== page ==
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    As India prepares for centralised power market shift, EU moves a different way

    January 30, 2023 - Anil Sasi


      EU proposal aims at new market for long-term contracts on lines of PPAs that give power plants a fixed price

      As India readies a template to dismantle its existing power market design — a decentralised, voluntary and short-term market that coexists with long-term power purchase agreements (PPAs) signed outside the spot market — in favour of a radically different, mandatory-pool model that entirely jettisons fixed-price contracts, the European Union has signalled a move in exactly the opposite direction.

      Brussels has readied a proposal that aims to establish a new market for long-term contracts on the lines of PPAs that provide power plants with a fixed price for their electricity, primarily to yield more stable electricity bills for users amid volatility in prices in their energy market triggered by a combination of factors: the impact of surging gas prices following the Ukraine war on Europe’s largely gas-powered grid and the flaw that this gas price surge has exposed in its current marginal pricing market design.

      The EU is attempting to tweak its power market design to avoid a repeat of last year, when Russian gas supply cuts pushed electricity prices there to new highs. Because Europe’s marginal pricing market design means electricity prices are set by the costs of the marginal producer — generally a gas-fired plant — the spike in fuel prices precipitated an electricity price shock that affected households and industrial users.

      In a public consultation earlier this week, the European Commission laid out multiple options to revamp the way power plants sell electricity as part of the broader market reform. This includes plans to expand Europe’s use of long-term contracts that provide power plants with a fixed price for their electricity — or what are called contracts for difference (CfD) — and PPAs. Both of these are expected to generate a buffer between energy consumers and volatile prices in the short-term energy markets, yielding more stable electricity bills for households and companies.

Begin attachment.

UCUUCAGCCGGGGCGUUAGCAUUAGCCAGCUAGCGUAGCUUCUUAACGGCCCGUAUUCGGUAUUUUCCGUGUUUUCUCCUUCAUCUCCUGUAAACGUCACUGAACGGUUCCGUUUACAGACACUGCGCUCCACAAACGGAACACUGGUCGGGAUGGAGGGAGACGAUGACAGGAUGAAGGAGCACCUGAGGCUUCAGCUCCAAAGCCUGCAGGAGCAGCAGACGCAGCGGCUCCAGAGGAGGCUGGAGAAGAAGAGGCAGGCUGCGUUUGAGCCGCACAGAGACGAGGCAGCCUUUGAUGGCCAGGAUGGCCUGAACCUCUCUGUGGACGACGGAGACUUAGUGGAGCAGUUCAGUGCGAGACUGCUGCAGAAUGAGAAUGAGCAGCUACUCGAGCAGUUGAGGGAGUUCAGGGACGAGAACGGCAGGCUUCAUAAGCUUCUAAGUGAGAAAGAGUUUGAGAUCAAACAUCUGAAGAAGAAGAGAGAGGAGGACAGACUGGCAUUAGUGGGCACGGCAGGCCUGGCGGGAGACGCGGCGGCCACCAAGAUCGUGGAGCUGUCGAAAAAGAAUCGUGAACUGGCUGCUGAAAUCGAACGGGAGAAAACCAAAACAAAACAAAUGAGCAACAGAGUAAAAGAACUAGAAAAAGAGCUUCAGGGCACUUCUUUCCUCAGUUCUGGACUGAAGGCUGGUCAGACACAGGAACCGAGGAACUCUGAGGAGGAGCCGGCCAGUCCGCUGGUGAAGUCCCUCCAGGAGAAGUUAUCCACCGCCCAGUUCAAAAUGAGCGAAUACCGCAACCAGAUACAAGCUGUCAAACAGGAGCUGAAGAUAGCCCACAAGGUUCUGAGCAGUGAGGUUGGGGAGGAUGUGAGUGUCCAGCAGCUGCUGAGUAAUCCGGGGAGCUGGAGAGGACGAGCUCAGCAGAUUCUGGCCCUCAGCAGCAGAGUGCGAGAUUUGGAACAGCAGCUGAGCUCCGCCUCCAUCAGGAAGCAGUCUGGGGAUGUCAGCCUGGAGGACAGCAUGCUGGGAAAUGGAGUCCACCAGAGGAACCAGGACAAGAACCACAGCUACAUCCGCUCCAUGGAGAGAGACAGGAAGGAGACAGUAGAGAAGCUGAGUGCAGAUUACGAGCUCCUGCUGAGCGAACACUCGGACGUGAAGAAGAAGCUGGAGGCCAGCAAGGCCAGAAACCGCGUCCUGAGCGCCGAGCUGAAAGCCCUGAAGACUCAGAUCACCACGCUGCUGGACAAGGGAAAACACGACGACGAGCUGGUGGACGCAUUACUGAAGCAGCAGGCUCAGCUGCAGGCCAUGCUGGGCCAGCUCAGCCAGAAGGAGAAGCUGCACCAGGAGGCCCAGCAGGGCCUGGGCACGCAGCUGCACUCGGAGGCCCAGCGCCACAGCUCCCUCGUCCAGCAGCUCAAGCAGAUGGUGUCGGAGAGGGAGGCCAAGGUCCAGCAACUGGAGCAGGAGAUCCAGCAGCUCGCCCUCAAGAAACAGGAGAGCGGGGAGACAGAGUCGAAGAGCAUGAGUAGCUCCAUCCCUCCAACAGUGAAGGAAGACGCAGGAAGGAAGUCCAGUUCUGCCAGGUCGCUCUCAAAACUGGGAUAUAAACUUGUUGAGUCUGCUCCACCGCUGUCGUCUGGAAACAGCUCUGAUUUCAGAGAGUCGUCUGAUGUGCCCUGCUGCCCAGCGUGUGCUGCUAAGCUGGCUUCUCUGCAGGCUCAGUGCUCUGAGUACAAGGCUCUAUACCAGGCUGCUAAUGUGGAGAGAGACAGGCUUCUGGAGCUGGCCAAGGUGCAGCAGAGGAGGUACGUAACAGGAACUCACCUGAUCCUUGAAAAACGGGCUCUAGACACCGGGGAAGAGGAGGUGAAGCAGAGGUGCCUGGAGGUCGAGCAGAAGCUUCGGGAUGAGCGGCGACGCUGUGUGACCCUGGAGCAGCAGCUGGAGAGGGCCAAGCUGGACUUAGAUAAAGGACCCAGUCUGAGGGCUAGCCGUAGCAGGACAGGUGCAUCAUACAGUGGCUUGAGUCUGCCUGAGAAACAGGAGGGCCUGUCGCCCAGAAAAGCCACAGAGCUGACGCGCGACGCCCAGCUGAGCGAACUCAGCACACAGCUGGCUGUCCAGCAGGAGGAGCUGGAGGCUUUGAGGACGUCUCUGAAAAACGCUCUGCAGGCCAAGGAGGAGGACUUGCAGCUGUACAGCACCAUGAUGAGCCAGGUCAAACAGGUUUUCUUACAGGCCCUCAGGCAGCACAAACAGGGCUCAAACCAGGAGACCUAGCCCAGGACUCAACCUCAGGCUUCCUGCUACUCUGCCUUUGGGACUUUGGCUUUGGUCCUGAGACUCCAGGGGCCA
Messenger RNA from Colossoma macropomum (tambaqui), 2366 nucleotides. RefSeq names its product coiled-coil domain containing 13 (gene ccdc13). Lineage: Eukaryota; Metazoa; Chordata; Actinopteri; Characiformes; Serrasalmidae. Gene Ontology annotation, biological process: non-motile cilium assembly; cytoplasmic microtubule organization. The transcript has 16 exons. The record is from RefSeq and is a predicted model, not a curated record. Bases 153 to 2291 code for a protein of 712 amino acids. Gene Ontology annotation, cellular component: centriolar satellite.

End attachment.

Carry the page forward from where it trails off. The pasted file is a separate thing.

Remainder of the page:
Even as Europe has signalled the move back to more long-term contracts, India is readying the blueprint to move towards a new electricity market model called the Market-Based Economic Dispatch (MBED) mechanism, under which the Union Ministry of Power proposes to centralise scheduling for dispatching the entire annual electricity consumption of around 1,400 billion units. If implemented, this will mark a clear shift from a decentralised model followed now, which has been buttressed by the Electricity Act 2003 and follow-on reforms. The implementation of the first phase of MBED was earlier planned to start with effect from April 1 last year, but was put off, with a date yet to be announced.

      India’s current electricity market operates on a multi-layered model. The first layer is legacy PPAs, to which newer, competitively-bid agreements, regulated PPAs and cross-border PPAs have been added. The second layer is medium-term PPAs, followed by short-term PPAs.

      Under this market design, the rules of scheduling and transmission charges vary and the day-ahead spot market with double-sided closed auctions is also gaining traction. The average energy transacted is about 150 million units per day. Unlike the Western markets, there is currently no mandatory pool. India has now added yet another layer of real-time market that operates round the clock for contingency needs and to absorb the variability of renewable energy. Also, a new grid code is under finalisation and a liberal and flexible transmission access regime called GNA (general network access) is also in the works. The proposed shift to the MBED, though, has triggered concern among sectoral players, including states.